Impact of the 2019-20 Mega-Fires on the Greater Blue Mountains World Heritage Area, New South Wales


  • P Smith
  • J Smith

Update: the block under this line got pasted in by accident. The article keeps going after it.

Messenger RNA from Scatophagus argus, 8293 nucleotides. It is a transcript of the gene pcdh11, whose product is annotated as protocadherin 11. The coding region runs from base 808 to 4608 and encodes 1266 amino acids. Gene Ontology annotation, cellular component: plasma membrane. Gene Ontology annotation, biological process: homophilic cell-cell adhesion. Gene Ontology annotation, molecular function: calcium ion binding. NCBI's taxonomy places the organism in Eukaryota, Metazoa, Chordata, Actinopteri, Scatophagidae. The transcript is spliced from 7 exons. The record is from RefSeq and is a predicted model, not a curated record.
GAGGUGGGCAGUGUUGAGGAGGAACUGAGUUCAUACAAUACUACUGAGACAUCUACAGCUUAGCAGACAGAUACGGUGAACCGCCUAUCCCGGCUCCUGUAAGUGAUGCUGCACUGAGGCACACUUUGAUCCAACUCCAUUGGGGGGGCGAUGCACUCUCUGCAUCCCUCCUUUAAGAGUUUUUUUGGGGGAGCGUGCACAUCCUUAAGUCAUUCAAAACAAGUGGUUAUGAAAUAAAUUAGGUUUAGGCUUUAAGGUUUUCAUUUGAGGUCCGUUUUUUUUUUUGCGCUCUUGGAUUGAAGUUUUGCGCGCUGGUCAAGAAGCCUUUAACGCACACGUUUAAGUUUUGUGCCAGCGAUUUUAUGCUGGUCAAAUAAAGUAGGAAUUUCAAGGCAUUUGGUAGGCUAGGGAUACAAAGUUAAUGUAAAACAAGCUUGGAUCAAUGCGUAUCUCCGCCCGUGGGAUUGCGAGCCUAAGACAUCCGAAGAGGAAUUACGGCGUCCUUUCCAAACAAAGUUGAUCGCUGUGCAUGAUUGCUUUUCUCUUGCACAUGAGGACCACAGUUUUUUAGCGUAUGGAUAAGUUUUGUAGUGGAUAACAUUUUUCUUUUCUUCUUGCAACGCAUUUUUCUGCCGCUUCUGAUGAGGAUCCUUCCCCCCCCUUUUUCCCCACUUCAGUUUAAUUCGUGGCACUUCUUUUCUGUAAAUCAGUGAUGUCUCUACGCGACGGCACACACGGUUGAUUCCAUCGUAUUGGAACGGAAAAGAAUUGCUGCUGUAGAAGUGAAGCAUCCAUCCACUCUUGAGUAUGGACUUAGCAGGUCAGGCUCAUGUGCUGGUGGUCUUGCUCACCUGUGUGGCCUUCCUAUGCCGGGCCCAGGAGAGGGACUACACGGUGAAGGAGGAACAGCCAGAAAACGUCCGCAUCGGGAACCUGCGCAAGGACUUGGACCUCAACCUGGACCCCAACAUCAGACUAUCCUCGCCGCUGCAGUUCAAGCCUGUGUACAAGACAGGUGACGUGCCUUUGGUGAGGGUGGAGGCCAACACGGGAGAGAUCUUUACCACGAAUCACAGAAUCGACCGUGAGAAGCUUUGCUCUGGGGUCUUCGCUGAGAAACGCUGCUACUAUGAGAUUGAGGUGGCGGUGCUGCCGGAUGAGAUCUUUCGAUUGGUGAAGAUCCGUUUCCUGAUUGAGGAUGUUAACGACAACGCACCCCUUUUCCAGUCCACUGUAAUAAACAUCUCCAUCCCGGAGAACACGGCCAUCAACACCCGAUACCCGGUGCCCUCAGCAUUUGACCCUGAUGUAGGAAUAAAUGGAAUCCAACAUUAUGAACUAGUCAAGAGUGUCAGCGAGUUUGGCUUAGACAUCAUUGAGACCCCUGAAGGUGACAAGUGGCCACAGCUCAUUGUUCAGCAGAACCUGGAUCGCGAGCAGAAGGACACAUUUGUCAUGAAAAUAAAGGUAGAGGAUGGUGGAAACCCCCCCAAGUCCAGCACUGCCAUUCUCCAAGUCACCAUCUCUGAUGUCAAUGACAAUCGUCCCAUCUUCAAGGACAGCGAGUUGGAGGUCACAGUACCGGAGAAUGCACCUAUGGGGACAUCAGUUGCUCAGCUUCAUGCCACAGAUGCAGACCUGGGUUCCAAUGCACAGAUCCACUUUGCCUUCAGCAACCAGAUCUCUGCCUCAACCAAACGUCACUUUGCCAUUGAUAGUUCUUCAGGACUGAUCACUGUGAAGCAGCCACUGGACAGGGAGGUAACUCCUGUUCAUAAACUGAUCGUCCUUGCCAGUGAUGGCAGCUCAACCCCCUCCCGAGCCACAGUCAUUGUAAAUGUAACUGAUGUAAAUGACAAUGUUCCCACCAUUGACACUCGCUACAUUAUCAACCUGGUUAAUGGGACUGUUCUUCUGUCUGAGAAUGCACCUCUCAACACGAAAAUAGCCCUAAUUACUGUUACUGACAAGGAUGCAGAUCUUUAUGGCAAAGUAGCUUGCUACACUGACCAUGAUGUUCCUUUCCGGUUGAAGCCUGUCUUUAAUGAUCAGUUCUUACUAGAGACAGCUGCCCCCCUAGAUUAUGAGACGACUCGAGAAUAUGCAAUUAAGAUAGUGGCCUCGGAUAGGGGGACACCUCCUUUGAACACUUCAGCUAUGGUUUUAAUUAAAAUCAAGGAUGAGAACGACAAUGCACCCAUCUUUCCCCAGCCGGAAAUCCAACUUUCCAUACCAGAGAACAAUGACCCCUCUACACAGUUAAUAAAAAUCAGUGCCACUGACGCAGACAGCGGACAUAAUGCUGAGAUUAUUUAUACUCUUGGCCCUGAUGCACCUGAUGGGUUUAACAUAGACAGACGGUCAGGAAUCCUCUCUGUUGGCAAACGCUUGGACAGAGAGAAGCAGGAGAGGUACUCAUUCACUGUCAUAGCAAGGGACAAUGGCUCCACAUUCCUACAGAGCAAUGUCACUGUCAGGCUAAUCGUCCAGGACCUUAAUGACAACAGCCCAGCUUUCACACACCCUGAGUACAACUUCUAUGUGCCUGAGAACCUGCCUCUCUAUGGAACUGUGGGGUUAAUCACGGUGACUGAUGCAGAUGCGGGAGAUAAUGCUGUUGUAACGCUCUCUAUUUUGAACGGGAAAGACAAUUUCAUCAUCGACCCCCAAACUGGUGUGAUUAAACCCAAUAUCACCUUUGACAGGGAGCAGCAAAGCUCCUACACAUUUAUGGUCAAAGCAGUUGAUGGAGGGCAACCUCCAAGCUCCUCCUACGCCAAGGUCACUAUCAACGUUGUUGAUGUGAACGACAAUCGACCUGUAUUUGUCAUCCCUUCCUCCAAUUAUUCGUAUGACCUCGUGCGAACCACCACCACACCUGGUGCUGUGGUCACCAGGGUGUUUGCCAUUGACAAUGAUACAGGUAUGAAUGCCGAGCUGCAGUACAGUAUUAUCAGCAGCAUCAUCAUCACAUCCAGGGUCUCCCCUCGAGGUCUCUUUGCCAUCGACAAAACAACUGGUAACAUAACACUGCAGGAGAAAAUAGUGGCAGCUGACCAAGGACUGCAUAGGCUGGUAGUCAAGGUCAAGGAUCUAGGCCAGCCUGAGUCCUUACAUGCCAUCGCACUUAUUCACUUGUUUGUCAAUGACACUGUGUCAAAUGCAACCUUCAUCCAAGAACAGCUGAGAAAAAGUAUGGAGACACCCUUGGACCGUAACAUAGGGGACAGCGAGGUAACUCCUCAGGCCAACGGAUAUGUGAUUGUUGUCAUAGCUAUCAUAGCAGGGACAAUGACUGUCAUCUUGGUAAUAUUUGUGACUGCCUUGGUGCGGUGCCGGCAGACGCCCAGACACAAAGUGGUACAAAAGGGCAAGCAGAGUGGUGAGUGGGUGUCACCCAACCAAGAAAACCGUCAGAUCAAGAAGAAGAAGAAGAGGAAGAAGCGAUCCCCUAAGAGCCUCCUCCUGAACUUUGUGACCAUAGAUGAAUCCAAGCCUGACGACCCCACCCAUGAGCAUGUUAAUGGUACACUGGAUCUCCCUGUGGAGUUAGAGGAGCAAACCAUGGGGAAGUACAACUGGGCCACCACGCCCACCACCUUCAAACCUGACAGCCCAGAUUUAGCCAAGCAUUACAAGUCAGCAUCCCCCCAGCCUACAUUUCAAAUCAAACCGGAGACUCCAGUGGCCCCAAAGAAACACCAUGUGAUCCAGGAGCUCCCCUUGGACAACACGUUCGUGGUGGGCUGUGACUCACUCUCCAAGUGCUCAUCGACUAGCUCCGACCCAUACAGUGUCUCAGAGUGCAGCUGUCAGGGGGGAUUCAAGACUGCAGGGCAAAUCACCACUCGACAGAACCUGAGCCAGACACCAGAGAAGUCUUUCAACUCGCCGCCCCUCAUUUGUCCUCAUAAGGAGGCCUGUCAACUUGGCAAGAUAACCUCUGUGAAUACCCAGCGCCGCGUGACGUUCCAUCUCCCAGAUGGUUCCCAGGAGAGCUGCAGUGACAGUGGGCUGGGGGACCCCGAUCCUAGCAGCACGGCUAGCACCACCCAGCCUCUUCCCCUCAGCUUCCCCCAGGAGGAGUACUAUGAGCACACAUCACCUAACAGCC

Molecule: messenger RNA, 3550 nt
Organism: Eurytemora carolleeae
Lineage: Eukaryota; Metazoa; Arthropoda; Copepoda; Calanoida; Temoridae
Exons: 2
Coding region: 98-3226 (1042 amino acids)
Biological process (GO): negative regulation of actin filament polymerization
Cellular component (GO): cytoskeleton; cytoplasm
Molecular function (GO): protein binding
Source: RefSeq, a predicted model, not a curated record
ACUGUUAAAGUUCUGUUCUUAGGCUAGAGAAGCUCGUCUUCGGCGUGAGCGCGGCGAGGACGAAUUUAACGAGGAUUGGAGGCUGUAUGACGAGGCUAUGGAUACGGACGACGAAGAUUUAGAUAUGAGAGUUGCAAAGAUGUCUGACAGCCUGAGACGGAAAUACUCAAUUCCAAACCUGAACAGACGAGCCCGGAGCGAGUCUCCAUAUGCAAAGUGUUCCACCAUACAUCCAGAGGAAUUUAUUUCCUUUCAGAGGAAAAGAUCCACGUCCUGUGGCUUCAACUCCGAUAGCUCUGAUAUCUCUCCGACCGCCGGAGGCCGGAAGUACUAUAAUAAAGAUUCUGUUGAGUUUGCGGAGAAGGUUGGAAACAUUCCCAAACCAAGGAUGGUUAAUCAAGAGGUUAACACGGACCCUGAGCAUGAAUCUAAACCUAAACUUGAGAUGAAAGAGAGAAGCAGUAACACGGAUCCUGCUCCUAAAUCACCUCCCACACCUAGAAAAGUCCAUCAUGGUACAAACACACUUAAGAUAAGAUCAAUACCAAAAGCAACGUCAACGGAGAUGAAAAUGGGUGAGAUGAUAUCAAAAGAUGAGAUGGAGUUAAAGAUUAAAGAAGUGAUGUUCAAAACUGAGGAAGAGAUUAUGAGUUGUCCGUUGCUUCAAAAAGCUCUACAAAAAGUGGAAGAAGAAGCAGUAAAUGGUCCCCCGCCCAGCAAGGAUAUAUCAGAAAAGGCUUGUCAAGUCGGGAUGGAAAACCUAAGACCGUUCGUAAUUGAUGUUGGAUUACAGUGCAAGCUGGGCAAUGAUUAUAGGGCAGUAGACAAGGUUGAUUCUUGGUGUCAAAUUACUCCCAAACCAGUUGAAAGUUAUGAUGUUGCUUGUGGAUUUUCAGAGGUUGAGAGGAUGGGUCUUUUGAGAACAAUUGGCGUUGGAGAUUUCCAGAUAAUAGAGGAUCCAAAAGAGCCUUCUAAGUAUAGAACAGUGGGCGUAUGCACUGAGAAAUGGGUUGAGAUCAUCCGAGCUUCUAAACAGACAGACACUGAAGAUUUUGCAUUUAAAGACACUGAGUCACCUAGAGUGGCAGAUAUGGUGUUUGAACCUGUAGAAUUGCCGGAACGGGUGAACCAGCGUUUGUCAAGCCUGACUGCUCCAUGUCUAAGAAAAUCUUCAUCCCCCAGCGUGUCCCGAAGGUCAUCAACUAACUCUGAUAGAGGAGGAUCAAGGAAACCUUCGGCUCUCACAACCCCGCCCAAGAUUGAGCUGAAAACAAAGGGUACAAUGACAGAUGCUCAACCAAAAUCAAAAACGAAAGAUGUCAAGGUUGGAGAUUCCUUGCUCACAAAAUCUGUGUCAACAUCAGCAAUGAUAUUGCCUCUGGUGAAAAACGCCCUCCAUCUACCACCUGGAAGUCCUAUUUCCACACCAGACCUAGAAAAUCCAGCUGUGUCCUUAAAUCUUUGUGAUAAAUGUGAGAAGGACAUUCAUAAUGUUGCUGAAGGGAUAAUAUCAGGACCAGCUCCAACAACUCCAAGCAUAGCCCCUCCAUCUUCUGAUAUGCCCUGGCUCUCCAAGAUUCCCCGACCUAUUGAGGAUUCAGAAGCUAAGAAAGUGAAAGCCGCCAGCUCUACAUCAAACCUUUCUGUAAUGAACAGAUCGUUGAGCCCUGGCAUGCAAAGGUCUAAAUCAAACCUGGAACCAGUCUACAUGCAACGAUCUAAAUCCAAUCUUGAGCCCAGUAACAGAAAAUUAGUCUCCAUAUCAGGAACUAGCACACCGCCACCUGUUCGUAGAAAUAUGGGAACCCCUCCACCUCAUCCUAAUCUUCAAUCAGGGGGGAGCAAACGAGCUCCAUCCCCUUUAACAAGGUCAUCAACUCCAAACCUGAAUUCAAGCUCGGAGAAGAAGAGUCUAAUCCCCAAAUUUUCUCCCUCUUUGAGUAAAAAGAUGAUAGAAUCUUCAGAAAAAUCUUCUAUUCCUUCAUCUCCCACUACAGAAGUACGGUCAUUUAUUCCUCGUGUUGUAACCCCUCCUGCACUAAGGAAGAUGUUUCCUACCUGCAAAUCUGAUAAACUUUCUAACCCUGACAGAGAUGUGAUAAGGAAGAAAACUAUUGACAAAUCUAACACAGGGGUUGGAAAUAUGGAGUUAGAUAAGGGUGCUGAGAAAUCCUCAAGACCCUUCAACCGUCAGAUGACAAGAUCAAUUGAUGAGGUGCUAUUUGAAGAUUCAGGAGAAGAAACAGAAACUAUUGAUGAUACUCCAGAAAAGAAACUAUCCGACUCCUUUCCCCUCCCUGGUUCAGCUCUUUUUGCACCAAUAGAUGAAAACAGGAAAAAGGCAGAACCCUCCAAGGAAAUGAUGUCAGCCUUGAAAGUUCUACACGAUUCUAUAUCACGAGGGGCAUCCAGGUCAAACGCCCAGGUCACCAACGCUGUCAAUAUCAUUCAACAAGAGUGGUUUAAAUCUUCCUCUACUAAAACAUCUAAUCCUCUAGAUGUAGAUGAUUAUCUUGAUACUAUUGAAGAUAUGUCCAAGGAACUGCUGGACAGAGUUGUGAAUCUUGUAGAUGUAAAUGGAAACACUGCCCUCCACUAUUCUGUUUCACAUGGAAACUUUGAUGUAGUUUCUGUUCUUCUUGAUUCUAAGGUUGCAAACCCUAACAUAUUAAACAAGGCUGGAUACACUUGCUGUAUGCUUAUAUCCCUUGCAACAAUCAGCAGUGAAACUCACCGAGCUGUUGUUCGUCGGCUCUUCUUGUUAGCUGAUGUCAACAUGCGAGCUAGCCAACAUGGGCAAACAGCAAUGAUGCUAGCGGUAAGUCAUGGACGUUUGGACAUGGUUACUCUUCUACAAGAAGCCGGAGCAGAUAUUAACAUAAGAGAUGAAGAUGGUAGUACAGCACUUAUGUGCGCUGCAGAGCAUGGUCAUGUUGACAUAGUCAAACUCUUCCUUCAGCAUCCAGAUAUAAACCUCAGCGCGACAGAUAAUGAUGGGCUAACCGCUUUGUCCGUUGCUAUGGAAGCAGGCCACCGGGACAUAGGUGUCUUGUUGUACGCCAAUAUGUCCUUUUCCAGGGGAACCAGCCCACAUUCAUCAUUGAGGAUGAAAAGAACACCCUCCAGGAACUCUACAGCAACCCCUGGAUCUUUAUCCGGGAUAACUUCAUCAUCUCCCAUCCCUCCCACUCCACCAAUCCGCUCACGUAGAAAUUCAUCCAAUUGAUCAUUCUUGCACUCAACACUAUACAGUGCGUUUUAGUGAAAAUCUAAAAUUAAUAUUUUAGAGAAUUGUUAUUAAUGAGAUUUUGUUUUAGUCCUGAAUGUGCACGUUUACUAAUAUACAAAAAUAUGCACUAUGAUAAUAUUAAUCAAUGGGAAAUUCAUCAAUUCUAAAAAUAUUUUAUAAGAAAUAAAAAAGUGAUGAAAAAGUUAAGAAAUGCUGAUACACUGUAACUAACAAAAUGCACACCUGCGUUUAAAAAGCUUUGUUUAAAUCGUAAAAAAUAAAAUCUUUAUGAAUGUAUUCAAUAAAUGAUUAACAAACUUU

The 2019-20 ‘Black Summer’ mega-fires burnt an unprecedented 79% of the Greater Blue Mountains World Heritage Area, which is more than three times greater than the area burnt in any of the previous 48 fire seasons. The fires were not proportionally more severe than previous large fires but their huge scale meant that an unprecedented 29% of the World Heritage Area was burnt at high to extreme severity. The fires were particularly extensive and severe in parts of the World Heritage Area that are rarely burnt by wildfires, notably in cooler areas over 1000 m in the south-west. The vegetation type least impacted by the fires was grassy woodland, an important bird habitat, of which 48% was burnt. However, grassy woodland covers less than 2% of the World Heritage Area and extensive areas of grassy woodland were burnt elsewhere in 2019-20. Rainforest and shrubby wet sclerophyll forest in sheltered gullies have played an important role in past fires as unburnt fauna refuges but were unusually heavily impacted in 2019-20, with 82% and 79% burnt, respectively. The fauna and flora of the World Heritage area are likely to eventually recover from the Black Summer fires if this was an exceptional event that will not recur for many decades. However, a change in the Australian fire regime to more frequent, more extensive, more severe wildfires as a result of climate change has long been predicted. If the Black Summer fires are a harbinger of this change, the long-term impact on the environment and biota of the World Heritage Area would be catastrophic.